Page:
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Old 01-06-2016, 11:05 AM
nei nei won $500 in our forum's Most Engaging Poster Contest - Thirteenth Edition (Jan-Feb 2015). 

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Location: Long Island / NYC
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Is that metro or city?

The most German part of Pennsylvania is in Eastern Pennsylvania — about 80-150 west of Philly (Lancaster, York and Adams counties). Reported ancestries, separating from the Philly suburbs going westward

Delaware Country

15% German
27% Irish
18% Italian
12% English + American

Chester Country

23% German
24% Irish
15% Italian
17% English + American

Lancaster Country

38% German
11% Irish
6% Italian

York County

40% German
12% Irish
5% Italian
17% English + American

Adams County

38% German
14% Irish
5% Italian
20% English + American

and then Allegheny County (most of the Pittsburgh metro)

27% German
20% Irish
16% Italian
11% English + American

============================

Some of it that urban areas always got more non-German immigration, but even Chester County has a high German percentage for the Northeast Corridor. And Lancaster County has a small city in it.
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Old 01-06-2016, 11:07 AM
nei nei won $500 in our forum's Most Engaging Poster Contest - Thirteenth Edition (Jan-Feb 2015). 

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Location: Long Island / NYC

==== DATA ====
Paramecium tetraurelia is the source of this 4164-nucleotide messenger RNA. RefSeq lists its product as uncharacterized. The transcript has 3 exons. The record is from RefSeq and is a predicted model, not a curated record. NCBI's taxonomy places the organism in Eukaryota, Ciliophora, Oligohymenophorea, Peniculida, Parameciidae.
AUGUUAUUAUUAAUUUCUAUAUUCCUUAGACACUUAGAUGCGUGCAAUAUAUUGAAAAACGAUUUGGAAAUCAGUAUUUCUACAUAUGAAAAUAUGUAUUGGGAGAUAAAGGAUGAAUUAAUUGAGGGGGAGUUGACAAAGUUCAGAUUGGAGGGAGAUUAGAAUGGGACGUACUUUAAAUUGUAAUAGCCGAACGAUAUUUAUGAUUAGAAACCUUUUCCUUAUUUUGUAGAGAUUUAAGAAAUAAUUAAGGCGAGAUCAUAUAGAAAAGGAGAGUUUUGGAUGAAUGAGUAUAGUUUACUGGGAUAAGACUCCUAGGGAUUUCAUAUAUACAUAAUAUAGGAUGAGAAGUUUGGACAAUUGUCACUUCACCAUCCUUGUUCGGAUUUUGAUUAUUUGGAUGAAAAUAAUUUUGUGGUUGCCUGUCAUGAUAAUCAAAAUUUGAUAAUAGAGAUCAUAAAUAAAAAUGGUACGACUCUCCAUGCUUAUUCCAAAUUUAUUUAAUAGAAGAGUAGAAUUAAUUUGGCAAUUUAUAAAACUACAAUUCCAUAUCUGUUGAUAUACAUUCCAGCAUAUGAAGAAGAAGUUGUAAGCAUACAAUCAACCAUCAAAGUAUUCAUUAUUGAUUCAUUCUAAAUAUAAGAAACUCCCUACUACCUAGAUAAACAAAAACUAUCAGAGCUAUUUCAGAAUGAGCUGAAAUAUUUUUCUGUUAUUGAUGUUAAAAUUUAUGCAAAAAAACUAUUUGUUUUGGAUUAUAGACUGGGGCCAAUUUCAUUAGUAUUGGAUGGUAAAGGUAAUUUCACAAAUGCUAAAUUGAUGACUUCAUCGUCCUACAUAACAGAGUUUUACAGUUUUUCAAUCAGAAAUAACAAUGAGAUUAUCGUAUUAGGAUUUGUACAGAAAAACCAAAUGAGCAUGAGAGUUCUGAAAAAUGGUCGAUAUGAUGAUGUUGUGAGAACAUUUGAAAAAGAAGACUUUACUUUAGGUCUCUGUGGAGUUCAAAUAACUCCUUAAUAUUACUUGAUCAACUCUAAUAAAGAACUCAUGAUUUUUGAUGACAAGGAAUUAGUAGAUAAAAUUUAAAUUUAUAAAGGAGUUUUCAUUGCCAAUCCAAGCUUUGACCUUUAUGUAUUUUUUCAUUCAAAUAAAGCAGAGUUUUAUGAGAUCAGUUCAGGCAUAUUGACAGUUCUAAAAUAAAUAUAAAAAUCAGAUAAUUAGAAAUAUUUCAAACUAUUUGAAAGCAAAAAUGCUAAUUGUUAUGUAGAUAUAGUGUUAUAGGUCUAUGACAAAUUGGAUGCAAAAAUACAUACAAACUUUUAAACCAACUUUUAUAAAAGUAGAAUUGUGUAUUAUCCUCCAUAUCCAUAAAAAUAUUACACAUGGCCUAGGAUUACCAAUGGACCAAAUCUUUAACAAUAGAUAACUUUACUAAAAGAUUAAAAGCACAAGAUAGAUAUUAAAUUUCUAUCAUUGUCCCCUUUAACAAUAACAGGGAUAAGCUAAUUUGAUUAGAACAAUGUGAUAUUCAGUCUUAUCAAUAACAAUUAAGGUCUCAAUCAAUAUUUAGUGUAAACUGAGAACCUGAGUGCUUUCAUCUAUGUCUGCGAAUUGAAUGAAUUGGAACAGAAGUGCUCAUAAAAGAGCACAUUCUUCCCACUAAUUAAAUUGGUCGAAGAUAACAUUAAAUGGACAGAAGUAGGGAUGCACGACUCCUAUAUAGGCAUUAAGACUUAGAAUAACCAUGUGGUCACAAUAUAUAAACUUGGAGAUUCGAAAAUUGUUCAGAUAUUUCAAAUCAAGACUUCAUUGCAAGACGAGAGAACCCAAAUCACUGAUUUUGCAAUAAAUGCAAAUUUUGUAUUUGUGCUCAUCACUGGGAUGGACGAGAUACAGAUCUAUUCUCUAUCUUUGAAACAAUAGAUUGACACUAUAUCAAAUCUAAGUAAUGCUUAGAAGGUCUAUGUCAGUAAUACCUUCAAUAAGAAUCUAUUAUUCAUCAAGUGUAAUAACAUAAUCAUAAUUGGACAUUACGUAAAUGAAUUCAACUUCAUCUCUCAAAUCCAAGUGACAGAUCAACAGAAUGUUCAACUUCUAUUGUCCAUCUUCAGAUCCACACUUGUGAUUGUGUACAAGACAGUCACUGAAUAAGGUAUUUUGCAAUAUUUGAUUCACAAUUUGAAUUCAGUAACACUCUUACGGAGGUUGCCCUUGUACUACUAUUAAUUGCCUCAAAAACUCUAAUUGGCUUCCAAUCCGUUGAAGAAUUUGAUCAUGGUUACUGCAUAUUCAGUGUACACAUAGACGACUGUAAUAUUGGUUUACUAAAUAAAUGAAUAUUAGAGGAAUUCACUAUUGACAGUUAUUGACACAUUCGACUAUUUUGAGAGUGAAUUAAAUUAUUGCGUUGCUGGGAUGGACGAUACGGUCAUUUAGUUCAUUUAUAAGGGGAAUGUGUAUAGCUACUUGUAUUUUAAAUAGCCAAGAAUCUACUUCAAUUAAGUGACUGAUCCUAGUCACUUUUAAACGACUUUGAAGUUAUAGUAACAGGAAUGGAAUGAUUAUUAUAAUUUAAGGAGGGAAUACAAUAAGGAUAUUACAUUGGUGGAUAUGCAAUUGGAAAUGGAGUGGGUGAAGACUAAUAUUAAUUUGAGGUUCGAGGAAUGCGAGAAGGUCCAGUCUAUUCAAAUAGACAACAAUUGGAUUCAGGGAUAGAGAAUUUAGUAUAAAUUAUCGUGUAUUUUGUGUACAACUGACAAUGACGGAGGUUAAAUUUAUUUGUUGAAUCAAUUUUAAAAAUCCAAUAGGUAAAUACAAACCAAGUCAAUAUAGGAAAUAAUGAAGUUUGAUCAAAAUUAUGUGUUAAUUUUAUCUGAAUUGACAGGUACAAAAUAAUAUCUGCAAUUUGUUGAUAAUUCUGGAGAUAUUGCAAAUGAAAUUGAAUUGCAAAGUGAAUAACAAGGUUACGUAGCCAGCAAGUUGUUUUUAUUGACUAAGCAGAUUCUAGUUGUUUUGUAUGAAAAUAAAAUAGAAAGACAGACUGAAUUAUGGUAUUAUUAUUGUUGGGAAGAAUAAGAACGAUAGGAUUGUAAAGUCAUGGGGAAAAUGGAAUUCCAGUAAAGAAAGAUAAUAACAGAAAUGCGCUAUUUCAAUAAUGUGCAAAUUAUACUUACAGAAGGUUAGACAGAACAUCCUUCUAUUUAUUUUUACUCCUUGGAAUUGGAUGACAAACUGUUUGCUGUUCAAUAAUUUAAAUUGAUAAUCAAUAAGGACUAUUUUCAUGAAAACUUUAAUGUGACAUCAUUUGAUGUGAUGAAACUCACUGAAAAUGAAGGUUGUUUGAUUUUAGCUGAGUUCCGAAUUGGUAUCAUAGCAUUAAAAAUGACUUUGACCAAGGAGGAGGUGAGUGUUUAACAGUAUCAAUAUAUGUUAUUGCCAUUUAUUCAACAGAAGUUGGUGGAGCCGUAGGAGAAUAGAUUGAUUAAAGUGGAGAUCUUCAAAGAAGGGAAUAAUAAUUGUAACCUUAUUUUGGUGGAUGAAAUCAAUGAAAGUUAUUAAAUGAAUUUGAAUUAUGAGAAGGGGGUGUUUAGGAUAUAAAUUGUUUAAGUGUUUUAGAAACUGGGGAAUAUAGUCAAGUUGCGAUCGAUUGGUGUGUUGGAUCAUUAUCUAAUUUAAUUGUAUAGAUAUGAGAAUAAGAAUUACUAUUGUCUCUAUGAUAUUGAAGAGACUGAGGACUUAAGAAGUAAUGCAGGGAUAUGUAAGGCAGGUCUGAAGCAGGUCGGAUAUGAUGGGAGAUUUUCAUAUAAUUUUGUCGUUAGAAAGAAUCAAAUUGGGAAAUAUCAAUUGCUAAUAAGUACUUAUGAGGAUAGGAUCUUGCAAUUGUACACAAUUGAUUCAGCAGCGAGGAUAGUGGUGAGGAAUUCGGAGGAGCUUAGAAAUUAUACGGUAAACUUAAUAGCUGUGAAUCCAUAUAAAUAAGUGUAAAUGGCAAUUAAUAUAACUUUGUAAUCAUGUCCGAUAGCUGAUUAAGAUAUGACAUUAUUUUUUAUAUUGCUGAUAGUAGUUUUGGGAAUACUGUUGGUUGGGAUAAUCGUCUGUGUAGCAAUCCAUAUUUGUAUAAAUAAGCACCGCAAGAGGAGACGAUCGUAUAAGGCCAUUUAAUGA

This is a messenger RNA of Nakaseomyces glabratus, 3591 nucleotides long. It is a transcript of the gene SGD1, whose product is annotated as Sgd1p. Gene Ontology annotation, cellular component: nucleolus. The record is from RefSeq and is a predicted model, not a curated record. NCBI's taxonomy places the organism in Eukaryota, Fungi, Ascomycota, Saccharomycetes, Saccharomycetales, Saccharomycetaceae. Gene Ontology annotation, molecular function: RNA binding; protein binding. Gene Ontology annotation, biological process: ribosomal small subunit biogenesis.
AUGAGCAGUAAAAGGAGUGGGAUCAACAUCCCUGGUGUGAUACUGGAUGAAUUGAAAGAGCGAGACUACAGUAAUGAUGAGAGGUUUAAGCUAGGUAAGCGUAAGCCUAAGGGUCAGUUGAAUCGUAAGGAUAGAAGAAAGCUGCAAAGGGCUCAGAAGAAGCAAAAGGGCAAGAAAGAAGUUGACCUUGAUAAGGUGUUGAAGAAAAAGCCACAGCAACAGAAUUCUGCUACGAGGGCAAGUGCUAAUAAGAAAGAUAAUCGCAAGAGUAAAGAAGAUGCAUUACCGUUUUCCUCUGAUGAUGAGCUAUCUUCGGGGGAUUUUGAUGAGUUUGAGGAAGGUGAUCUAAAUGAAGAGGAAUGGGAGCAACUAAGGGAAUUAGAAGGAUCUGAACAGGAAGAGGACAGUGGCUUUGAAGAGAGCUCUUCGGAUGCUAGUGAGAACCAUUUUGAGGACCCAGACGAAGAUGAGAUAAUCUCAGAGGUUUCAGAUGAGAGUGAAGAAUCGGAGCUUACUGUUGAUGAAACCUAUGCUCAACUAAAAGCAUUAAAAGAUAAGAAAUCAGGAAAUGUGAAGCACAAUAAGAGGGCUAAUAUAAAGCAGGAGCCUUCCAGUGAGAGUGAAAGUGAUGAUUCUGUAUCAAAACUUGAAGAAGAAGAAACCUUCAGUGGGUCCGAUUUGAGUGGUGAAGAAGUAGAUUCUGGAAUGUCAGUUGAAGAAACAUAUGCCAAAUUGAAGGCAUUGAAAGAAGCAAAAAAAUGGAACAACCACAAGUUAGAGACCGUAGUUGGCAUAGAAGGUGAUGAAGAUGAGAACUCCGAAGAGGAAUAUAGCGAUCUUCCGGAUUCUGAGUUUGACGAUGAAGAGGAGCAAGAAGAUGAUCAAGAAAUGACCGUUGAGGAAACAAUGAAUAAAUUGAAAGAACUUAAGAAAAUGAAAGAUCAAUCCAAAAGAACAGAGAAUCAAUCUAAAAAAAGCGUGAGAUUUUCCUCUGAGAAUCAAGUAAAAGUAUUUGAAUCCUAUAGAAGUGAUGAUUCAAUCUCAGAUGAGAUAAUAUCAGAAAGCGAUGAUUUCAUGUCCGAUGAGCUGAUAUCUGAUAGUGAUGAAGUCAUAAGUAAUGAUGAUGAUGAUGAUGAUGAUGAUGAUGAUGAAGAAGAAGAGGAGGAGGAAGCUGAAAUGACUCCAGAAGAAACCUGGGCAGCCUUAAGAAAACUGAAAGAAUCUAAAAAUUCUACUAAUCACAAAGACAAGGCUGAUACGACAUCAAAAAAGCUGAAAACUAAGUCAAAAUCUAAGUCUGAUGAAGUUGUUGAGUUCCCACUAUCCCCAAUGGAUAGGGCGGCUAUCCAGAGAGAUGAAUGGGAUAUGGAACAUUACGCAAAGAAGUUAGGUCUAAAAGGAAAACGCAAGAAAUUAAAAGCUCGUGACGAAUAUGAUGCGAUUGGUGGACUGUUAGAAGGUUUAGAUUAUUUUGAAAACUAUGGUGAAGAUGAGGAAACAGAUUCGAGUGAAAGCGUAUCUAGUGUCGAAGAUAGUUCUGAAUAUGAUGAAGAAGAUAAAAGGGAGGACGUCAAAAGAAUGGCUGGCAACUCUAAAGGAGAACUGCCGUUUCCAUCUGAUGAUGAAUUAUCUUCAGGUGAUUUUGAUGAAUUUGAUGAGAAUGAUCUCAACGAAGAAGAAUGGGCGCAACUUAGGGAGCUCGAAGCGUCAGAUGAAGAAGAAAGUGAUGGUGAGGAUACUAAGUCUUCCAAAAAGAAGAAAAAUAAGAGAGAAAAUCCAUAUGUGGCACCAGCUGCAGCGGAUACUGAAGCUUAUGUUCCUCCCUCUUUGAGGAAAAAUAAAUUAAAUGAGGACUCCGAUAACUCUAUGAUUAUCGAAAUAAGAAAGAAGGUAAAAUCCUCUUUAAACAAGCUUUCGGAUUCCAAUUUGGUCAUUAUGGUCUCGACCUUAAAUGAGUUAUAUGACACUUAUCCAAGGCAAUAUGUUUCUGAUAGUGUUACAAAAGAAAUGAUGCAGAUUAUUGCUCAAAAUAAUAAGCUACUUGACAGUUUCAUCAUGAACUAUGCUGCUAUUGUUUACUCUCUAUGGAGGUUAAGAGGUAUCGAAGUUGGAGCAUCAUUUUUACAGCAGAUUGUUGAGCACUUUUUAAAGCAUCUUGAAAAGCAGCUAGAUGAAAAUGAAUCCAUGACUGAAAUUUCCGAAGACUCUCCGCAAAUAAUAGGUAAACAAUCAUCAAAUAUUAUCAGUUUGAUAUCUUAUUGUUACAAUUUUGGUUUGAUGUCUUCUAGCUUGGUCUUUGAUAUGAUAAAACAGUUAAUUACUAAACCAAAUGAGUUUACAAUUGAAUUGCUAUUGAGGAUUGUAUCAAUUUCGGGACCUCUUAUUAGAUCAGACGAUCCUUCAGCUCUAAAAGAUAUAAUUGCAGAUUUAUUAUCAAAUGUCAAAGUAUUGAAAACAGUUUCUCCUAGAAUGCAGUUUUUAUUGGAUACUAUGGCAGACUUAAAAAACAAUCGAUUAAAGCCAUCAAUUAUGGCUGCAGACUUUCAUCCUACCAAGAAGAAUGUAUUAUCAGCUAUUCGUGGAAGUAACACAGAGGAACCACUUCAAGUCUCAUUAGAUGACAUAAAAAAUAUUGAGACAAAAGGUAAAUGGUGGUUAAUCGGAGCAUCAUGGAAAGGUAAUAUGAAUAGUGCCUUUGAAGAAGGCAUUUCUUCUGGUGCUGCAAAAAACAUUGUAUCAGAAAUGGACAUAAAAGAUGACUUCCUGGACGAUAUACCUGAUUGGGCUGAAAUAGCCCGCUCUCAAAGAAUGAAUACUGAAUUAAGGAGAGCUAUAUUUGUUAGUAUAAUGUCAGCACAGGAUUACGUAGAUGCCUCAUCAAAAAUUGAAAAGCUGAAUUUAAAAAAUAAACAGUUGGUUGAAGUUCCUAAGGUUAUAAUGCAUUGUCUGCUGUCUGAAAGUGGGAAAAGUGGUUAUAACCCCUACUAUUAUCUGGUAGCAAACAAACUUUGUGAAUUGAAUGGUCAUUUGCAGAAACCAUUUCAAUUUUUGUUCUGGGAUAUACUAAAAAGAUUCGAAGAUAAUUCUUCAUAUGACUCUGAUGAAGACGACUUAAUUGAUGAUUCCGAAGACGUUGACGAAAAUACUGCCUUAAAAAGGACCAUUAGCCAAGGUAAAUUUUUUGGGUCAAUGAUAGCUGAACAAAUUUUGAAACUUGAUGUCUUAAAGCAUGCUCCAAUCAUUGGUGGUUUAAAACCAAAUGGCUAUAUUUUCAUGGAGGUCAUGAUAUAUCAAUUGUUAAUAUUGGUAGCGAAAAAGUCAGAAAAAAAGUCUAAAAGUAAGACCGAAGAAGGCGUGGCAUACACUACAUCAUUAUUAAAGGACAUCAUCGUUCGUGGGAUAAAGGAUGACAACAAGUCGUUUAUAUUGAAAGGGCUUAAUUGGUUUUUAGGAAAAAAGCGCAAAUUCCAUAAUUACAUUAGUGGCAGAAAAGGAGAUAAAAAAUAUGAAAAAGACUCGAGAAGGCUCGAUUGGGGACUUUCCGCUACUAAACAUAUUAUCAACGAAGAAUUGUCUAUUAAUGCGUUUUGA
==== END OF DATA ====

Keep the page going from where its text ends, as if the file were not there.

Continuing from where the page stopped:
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Quote:
Originally Posted by BajanYankee View Post
Or names like Trump (Drumpf).
Trump's father is an example of how Germans didn't think of themselves as "ethnic":

When Ms. Schifano moved to Jamaica Estates, Queens, the wealthy enclave where the Trumps lived, Freddy confided to her that his parents had panicked because, as Italians, the Schifanos were “the first ethnic family to move into the neighborhood.” But Freddy was less concerned with ethnic distinctions. When he enrolled at Lehigh University in Pennsylvania, the boy with blond hair who had attended an Episcopalian boys’ preparatory school on Long Island joined a Jewish fraternity.

http://www.nytimes.com/2016/01/03/us...ring.html?_r=0
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Old 01-06-2016, 11:08 AM
 
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People with only a tiny bit of German heritage always say they're German because it's less dull then saying you're "just American" or British.

There's FAR more of a British or Irish influence in this nation than German.